Wednesday, July 24, 2013

Man of Everest, by Kenneth Moon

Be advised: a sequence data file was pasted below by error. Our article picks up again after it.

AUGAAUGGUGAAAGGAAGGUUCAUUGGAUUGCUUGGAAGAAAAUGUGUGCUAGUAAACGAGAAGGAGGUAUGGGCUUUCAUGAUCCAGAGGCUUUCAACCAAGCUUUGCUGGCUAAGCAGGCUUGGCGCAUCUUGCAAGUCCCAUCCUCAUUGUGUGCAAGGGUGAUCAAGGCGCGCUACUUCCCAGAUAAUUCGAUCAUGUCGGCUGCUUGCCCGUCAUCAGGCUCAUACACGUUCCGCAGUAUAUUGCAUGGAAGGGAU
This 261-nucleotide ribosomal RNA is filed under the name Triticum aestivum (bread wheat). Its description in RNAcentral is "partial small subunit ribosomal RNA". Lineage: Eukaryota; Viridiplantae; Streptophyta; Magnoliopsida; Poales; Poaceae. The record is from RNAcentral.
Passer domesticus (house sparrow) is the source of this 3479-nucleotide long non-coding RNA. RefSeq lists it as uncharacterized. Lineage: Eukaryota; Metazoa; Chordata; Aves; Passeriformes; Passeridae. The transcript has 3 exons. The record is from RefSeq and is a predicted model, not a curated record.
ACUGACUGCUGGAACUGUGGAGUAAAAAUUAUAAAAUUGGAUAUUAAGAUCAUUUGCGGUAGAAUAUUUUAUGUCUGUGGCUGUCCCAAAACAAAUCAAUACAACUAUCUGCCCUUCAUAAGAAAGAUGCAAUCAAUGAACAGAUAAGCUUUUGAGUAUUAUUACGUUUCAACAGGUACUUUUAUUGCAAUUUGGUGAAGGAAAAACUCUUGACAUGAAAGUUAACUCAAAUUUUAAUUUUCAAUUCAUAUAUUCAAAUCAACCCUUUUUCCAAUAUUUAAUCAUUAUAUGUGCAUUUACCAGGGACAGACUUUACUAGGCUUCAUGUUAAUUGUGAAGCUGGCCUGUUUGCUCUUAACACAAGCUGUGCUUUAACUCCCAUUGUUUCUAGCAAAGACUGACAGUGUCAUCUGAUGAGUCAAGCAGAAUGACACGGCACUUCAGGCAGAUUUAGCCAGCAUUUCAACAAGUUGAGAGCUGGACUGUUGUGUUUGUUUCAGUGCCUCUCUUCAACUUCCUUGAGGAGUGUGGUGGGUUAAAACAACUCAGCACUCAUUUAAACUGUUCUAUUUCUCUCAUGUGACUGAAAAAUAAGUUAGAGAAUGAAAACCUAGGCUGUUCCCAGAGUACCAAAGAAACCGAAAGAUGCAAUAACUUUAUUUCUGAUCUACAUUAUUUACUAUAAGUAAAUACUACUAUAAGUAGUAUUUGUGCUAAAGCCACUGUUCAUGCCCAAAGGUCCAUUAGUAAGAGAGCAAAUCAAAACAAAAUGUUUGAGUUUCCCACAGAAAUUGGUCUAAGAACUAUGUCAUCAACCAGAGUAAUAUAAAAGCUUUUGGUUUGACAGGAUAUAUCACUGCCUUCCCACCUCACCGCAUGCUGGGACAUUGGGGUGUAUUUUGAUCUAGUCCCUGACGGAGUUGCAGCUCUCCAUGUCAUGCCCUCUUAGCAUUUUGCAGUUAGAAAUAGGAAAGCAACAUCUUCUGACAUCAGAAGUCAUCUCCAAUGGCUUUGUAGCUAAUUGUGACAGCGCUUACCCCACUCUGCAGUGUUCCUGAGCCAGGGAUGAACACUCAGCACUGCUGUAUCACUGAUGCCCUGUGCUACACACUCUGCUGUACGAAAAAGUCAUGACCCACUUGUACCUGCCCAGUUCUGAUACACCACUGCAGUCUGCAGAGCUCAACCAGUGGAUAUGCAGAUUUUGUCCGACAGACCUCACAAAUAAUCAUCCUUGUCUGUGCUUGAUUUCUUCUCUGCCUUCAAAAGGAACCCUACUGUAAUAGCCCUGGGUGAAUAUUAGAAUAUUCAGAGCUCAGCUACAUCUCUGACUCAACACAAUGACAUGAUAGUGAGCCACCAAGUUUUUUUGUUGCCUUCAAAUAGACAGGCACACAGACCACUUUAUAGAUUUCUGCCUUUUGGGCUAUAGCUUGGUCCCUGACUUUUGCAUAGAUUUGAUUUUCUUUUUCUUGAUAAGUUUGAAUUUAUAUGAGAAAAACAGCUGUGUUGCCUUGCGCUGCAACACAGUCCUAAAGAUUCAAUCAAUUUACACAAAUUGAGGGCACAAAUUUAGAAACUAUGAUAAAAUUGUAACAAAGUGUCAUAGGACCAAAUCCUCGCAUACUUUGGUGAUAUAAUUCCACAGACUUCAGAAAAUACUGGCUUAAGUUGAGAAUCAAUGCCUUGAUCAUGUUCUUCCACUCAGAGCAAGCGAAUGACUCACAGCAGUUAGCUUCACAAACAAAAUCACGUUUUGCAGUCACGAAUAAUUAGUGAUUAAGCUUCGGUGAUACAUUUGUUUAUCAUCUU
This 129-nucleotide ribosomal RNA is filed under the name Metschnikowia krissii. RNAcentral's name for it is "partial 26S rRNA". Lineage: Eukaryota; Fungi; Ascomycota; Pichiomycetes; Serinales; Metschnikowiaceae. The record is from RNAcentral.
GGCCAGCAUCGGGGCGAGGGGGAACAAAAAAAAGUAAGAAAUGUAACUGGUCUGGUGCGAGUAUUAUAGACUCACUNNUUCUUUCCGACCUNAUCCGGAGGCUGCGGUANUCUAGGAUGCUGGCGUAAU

Kenneth Moon writes an early (1962) young readers' biography of the first person to stand on the summit of Everest in Man of Everest: The Story of Sir Edmund Hillary. Written back when publishers believed kids were perfectly capable of having an imagination and an attention span, the unillustrated, 100-page book reads like a classic boys' adventure novel (and almost is one!). Moon's own imagination played an important role in the narrative, as many facts are jumbled, or just plain wrong. The story is dramatic and fun, but there's not much else to be said for this book. The author covers Hillary's early life and climbs, his initial Himalayan adventures, his climb of Everest, his return for the yeti, and a jaunt to the South Pole. He passes off the Silver Hut expedition as some kind of science thing, and he prefers not to mention Makalu at all (just substitute "Barun Glacier," and it take less explaining, right?). He poses Hillary's Everest experience as a hero's quest against the "White Giant," showing how Hillary led the team through the Khumbu Icefall, and all the way to the summit. If you don't mind a bit of historical absurdity, this one can actually be a bit of fun.

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